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Tough as Steel : Columbia Pictures' President Runs Her Studio With the Style of Hollywood's Old-Time Moguls

October 30, 1988|NINA J. EASTON

Flashback to 1973: Dawn Steel, who began by answering telephones and now dreams up merchandise tie-ins for Penthouse magazine, notices that amaryllis plants take on a phallic look just before blooming. She hires an artist to exaggerate the effect and writes her own copy for the ad: "Grow your own . . . All it takes is $6.98 and a lot of love." The plant is so popular that Penthouse can't keep it in stock.

Fast forward to 1979. Steel has moved to Hollywood to develop product tie-ins for Paramount Pictures' films. Her first assignment is "Star Trek," the movie. But production is a mess, and there's no film to show McDonalds or Coca-Cola or anyone else that might put the starship Enterprise on their cups and commercials. So Steel stages her own show on the Paramount lot: She is "beamed down" on stage and "Star Trek's" stars materialize at her side. The retailers get the point: Soon Klingons are everywhere on TV, eating Big Macs and drinking Coke.

Fast forward again, to 1982. Steel has moved into film production. She's at the bottom of the totem pole, but she makes sure that everyone upstairs knows exactly who she is; one former colleague recalls this as Steel's "in-yo-face" strategy. Steel also has a script she wants produced, and she makes sure everyone knows that, too. Eventually the blue-collar musical epic called "Flashdance" grosses $95 million at the box office.

One year ago, at age 41, Dawn Steel got a chance to run her own studio when she was tapped as president of Columbia Pictures. The anomalies of that appointment remain the talk of Hollywood--the fact that Steel was the second woman in history to run a studio (Sherry Lansing was the first), that she wasn't a lawyer or an MBA or a film aficionado and yet she followed in the footsteps of David Puttnam, the British film maker with a lofty reputation.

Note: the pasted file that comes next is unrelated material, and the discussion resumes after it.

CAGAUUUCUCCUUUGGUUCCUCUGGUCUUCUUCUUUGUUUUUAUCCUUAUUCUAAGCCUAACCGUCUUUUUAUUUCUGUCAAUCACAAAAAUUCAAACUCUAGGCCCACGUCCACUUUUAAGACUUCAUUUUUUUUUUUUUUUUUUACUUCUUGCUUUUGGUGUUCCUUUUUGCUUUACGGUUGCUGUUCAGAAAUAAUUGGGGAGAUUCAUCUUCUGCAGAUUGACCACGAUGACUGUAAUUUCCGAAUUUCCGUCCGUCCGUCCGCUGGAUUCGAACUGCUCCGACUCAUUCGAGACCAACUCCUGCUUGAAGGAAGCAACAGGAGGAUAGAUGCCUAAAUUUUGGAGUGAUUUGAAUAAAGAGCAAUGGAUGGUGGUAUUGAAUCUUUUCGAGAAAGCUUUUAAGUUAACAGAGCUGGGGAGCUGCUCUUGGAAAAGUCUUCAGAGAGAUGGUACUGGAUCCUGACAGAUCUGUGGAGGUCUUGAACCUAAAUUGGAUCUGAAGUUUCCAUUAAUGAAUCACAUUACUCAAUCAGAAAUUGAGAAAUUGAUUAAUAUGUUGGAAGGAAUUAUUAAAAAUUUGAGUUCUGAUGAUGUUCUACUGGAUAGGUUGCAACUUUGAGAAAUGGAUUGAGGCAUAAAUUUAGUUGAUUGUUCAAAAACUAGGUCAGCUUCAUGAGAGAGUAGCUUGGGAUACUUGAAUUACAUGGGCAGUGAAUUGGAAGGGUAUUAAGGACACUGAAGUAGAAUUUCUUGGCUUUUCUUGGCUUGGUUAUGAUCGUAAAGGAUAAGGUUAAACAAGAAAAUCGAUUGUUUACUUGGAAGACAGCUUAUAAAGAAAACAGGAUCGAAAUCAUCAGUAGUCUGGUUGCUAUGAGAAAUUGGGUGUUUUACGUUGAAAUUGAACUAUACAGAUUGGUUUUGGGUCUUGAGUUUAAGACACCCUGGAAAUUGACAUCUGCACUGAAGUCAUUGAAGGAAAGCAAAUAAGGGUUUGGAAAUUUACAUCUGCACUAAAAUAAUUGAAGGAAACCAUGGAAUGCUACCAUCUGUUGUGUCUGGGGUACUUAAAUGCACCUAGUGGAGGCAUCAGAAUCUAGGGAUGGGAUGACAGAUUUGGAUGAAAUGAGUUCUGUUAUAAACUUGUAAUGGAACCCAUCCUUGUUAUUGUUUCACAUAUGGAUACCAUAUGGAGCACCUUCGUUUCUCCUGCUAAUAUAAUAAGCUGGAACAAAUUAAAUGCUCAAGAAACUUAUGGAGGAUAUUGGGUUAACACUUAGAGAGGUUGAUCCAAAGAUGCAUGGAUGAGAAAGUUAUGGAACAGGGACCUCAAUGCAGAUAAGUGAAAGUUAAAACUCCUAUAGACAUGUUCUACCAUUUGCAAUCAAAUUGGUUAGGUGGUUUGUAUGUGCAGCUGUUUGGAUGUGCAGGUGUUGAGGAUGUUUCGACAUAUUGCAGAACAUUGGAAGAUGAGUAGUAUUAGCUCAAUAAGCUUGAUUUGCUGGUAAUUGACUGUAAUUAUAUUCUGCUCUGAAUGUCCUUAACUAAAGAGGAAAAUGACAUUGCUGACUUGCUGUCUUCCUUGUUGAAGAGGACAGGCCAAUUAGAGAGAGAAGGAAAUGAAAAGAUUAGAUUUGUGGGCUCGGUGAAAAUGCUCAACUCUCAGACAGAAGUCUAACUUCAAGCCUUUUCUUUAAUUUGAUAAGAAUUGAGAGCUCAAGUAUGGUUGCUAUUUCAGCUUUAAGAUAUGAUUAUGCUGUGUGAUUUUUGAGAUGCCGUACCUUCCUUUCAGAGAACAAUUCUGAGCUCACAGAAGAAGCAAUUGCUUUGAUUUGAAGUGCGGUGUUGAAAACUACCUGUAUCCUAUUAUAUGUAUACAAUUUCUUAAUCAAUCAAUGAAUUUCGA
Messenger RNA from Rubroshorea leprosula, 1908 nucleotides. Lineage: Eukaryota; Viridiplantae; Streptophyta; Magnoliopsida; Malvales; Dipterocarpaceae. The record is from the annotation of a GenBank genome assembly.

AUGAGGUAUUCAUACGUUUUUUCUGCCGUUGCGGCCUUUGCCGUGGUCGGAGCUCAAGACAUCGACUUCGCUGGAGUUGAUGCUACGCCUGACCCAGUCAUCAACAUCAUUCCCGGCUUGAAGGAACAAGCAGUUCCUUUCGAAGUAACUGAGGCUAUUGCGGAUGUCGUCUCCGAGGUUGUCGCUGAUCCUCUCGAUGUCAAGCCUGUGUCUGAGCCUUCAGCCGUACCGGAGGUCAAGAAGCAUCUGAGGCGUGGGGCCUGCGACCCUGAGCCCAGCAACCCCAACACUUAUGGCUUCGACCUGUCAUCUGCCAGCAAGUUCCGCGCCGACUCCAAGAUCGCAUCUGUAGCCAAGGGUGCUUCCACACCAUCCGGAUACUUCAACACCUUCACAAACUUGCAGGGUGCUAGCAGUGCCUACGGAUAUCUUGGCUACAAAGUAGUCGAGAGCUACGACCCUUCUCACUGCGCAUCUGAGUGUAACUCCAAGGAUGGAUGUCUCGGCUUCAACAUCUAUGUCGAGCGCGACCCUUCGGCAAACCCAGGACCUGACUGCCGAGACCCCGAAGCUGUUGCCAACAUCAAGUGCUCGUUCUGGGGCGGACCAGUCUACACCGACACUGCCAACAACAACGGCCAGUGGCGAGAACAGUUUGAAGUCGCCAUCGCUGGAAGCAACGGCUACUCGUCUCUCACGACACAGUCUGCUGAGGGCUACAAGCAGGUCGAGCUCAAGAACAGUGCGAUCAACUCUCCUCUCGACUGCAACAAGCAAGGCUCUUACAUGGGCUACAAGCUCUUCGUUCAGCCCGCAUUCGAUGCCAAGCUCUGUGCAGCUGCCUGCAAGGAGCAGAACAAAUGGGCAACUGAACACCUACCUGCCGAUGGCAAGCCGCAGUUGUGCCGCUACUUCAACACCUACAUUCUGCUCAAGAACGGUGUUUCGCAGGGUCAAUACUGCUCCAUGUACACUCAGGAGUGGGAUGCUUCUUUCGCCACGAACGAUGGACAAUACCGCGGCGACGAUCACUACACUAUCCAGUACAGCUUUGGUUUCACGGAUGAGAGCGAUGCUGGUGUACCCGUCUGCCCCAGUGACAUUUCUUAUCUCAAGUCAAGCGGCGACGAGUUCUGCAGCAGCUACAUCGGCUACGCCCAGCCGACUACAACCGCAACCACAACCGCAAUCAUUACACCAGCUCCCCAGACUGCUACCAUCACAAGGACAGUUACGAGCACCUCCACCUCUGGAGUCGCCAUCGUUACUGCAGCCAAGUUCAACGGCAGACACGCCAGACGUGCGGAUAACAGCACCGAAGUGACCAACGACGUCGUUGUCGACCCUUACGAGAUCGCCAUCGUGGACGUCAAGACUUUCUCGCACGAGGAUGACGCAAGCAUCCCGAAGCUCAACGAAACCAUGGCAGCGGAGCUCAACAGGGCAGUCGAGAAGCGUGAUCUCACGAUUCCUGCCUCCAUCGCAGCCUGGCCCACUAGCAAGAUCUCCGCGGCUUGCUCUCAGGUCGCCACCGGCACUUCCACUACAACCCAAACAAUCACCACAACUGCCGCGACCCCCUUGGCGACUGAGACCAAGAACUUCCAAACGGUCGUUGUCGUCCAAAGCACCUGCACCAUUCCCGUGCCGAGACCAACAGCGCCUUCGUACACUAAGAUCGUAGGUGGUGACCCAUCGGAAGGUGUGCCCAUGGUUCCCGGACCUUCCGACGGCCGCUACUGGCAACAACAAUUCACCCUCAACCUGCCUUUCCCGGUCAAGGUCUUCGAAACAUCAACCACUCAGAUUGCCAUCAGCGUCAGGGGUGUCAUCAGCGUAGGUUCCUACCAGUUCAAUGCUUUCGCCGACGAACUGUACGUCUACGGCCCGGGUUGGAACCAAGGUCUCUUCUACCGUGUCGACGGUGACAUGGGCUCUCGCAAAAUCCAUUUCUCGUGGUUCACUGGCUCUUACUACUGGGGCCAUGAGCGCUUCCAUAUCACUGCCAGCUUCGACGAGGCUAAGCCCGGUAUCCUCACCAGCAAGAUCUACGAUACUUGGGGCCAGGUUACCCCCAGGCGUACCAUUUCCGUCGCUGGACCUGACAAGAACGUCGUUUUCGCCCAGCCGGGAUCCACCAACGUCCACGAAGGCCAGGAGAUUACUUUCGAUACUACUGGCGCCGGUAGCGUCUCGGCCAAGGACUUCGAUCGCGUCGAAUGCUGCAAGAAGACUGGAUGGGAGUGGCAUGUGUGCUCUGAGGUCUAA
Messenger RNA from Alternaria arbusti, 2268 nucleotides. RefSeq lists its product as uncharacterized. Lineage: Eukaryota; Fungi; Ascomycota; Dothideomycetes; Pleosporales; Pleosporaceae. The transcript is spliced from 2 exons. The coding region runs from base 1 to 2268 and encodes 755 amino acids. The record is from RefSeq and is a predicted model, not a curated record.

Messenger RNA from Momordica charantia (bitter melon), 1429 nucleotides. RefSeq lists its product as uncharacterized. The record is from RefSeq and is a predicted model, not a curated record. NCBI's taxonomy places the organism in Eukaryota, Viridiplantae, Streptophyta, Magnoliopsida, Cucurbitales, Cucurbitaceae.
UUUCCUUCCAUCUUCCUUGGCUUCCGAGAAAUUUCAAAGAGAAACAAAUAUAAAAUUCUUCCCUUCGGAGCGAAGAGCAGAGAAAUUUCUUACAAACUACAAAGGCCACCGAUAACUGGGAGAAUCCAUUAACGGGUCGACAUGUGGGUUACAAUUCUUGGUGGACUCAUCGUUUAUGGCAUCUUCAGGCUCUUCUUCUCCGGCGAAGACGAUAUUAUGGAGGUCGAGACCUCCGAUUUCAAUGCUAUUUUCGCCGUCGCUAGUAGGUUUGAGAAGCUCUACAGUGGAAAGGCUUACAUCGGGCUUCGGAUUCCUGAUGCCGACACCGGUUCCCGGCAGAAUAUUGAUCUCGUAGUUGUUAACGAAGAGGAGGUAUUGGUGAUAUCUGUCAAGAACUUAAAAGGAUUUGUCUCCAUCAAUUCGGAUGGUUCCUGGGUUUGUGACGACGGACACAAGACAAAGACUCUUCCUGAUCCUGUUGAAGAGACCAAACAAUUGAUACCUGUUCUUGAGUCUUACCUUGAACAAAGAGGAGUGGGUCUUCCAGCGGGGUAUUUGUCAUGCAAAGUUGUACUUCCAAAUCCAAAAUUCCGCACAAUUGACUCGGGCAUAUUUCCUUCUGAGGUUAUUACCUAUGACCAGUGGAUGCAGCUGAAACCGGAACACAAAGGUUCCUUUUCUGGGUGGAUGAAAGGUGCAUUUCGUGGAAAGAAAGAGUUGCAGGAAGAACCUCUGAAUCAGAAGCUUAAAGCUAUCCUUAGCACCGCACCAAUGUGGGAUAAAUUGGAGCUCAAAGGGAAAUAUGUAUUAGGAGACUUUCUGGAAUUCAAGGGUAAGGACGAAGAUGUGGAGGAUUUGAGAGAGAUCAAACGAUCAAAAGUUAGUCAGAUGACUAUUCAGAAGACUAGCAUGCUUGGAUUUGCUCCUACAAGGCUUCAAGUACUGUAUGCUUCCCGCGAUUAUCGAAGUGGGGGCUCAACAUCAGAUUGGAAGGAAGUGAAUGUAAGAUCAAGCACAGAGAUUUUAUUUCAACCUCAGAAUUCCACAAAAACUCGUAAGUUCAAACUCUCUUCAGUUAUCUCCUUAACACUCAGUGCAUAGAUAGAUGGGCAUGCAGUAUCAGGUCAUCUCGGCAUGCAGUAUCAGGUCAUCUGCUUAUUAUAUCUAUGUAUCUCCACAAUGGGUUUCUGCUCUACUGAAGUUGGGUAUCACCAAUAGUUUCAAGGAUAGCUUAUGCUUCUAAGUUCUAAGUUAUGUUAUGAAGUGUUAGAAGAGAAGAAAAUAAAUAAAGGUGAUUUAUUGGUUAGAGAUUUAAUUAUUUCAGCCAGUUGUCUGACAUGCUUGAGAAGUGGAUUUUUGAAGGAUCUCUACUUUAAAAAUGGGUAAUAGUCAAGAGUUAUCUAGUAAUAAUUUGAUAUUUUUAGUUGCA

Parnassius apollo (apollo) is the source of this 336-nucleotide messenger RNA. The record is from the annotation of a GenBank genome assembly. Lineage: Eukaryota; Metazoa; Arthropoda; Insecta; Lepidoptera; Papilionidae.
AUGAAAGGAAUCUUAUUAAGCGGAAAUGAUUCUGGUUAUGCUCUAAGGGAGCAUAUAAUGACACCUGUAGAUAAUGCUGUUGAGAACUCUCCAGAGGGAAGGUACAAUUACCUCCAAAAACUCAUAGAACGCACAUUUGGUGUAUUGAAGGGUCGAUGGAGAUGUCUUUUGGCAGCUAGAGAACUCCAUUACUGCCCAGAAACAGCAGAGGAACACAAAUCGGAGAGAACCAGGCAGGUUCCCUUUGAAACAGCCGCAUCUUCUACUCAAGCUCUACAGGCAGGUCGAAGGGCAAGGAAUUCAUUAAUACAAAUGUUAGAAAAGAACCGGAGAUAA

Steel wasn't even one of those Hollywood producers who had majored in literature at Radcliffe. She never finished college. She was known as the one who sold toilet paper stamped with the Gucci label. In that sense, though, Steel is throwback to Hollywood's roots. Her track record at Columbia remains to be seen. But in taste, temperament and background, Steel is reminiscent of the old studio moguls who packed mainstream America into their theaters. Before they made movies, Samuel Goldwyn hawked gloves and Louis B. Mayer sold junk.

Today, authors write admiringly of how tough, aggressive and rude the old moguls were. Steel draws some of the same adjectives, though not always in admiring tones. "Steelie Dawn," her detractors call her. There aren't many shades of gray in Steel's operating style. Probably her two most common responses to film proposals are "no" (said often and abruptly enough to generate some enemies in town) and "it's a no-brainer" (an enthusiasm that, translated, means a film idea has the makings of a commercial hit).

Unlike other Hollywood players, "it doesn't even occur to Dawn to be afraid to say no," says producer and longtime friend Lynda Obst. "That's critical for a studio head." Obst points out that male executives in Hollywood aren't criticized for being too tough.

It's too early in her tenure to predict whether Steel will turn around Columbia. The studio has been in turmoil for years, and last summer's Hollywood writers strike seriously set back Steel's efforts. "No one should blink over Ms. Steel's performance for three years, and then they should only look at the projects she has in development," says Fox Inc. Chairman Barry Diller.

Moreover, with reports circulating that Coca-Cola is anxious to sell off its 49% share in Columbia, there's some question as to whether Steel will get a chance to rebuild Columbia. (See related article on Columbia Pictures in Business section.) And rumors persist that her future there may be short-lived anyway. Columbia's current dearth of films was highlighted when its only major Christmas release, "Old Gringo" (starring Jane Fonda, Gregory Peck and Jimmy Smitts), was pushed back until next year. Studio officials say the $24 million epic is not yet complete. Steel is enthusiastic about the film, even though it caused the studio some embarrassment early in production when Burt Lancaster sued Columbia after the studio dropped him from the film. Columbia had been unable to secure cast insurance for the aging actor.

But Steel says she is secure in her position. She points to the the whole-hearted support of her boss, Victor Kaufman, chief executive of Columbia Pictures Entertainment, and Herbert A. Allen, an influential Coca-Cola board member. "That relationship is going to remain very stable," Steel says, "I feel very comfortable about that."

Just as important, early in her tenure Steel wisely forged ties with Ray Stark, godfather to many of Columbia's most prominent films. The powerful producer was instrumental in Puttnam's fall from power. Now Steel's regime is producing his film, "Revenge."

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